Council discusses future of counsel’s assistant position

Members of the Amsterdam Common Council discussed several options to continue funding Corporation Counsel Gerard DeCusatis’ administrative assistant at a personnel committee meeting held Wednesday afternoon. DeCusatis announced in January that the current assistant would be leaving to work elsewhere. Alderman Ron Barone said he wants to see the position reduced from a full-time position to a part-time position. Alderwoman Diane Hatzenbuhler advocated for eliminating the position and instead providing DeCusatis with a $10,000 additional stipend to hire his own assistant who could do work for either his private business or city business. Mayor Ann Thane and Alderwoman Valerie Beekman spoke in favor of leaving the assistant’s position as full-time.

DeCusatis, who operates his own private practice as well as serving as corporation counsel, currently works primarily at his own office. DeCusatis’ assistant also had his office at his private business’ location until recently when the assistant’s office was moved to City Hall at the request of the council. The assistant’s duties are currently split between working for DeCusatis and Employee Relations Director Bob Reidy.

In regards to reducing the position to part-time, Hatzenbuhler pointed out that under the previous mayor’s administration, the corporation counsel utilized a secretary from the codes department.

Thane responded, “I took office in 2008. And I came into the building, and in the AIDA office, that was where corporation counsel had been…and when I went into that office, there was a 12 inch pile of work that had not been processed. And it went from one end of that table all the way to the other. And it took a year and a half. We had outstanding [Public Employee Safety and Health ] violations on that table. There were contracts. We had to go to court for what was left on that table. It did not work. It did not work then and it won’t work now.”

“We want an efficient and effective government,” said Thane, “And what you are proposing just really destroys your legal department. Why would you do such a thing? I just don’t get it.”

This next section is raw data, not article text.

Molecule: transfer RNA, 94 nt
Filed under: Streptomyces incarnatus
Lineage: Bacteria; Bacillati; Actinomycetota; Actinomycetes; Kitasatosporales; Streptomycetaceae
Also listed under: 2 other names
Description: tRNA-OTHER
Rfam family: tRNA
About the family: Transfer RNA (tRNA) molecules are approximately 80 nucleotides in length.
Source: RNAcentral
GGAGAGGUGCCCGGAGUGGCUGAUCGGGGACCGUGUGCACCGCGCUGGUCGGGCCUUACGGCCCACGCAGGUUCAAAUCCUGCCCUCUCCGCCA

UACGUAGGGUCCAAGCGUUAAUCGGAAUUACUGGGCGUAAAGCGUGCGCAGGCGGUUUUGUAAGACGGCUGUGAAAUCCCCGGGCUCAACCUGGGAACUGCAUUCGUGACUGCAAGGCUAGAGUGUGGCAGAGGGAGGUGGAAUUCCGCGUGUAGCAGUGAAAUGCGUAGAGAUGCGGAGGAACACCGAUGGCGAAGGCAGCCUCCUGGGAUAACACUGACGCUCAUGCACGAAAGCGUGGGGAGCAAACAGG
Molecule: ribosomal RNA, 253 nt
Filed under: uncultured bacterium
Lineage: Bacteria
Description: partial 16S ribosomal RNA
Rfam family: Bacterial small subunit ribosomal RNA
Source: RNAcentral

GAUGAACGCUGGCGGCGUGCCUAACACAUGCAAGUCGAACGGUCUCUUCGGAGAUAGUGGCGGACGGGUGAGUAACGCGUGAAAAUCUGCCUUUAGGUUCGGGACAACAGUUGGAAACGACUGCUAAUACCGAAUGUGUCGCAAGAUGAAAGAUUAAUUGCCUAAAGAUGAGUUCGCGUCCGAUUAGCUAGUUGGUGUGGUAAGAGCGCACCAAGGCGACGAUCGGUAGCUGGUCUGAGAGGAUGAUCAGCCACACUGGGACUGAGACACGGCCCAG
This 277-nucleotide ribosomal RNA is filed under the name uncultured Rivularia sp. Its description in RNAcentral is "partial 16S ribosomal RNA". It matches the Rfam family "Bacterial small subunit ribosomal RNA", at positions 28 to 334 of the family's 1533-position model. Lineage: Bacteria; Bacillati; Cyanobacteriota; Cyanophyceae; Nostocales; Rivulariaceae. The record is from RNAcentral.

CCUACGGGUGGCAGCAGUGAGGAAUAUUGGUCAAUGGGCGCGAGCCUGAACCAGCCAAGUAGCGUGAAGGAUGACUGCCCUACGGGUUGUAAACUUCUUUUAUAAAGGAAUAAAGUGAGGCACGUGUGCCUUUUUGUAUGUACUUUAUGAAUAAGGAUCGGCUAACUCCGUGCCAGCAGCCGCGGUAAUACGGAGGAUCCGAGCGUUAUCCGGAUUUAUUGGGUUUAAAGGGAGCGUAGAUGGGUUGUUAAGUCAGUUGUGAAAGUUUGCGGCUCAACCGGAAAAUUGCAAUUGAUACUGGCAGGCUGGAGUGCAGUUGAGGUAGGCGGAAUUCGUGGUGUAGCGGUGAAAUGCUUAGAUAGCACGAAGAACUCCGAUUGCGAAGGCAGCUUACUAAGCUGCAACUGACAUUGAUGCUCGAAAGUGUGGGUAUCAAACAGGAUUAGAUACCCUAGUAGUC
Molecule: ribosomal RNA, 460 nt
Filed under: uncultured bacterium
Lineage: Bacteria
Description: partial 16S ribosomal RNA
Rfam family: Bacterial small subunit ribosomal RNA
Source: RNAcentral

“See I’m not going to destroy it. I’m going to give him a quarter and a quarter,” said Barone referring to his proposal to split a part-time position between DeCusatis and Reidy.

“Which is not enough Ron,” said Thane.

“Make due with what I give you. If it goes my way that’s what you’re going to work with,” said Barone.

“But how does that serve the city?” asked Thane.

“Well guess what, we’ll struggle with it,” said Barone.

“No, truly, how does it serve the city?” asked Thane.

“Well, we’ll have to figure that out as we go along,” said Barone.

Later, Thane described the additional workload the office of the corporation counsel deals with in comparison to past administrations.

“In the past we’ve had a deputy corporation counsel, and a secretary, and at one point I think we had two secretaries and a deputy, and at the time we were outsourcing the labor negotiations. Now we have labor negotiations in-house. We have [DeCusatis] doing all of our contracts, he’s doing all of our PESH work, all of our day-to-day requests for information or analysis. And yet we are saying this lawyer should spend time processing paperwork and filing the paperwork for the city, he should do all of the work setting up all of the deeds instead of having a staff person do that. You’re saying ‘I’m not getting enough work out of you, so now I’m going to cut you.’ And it just defies reason.”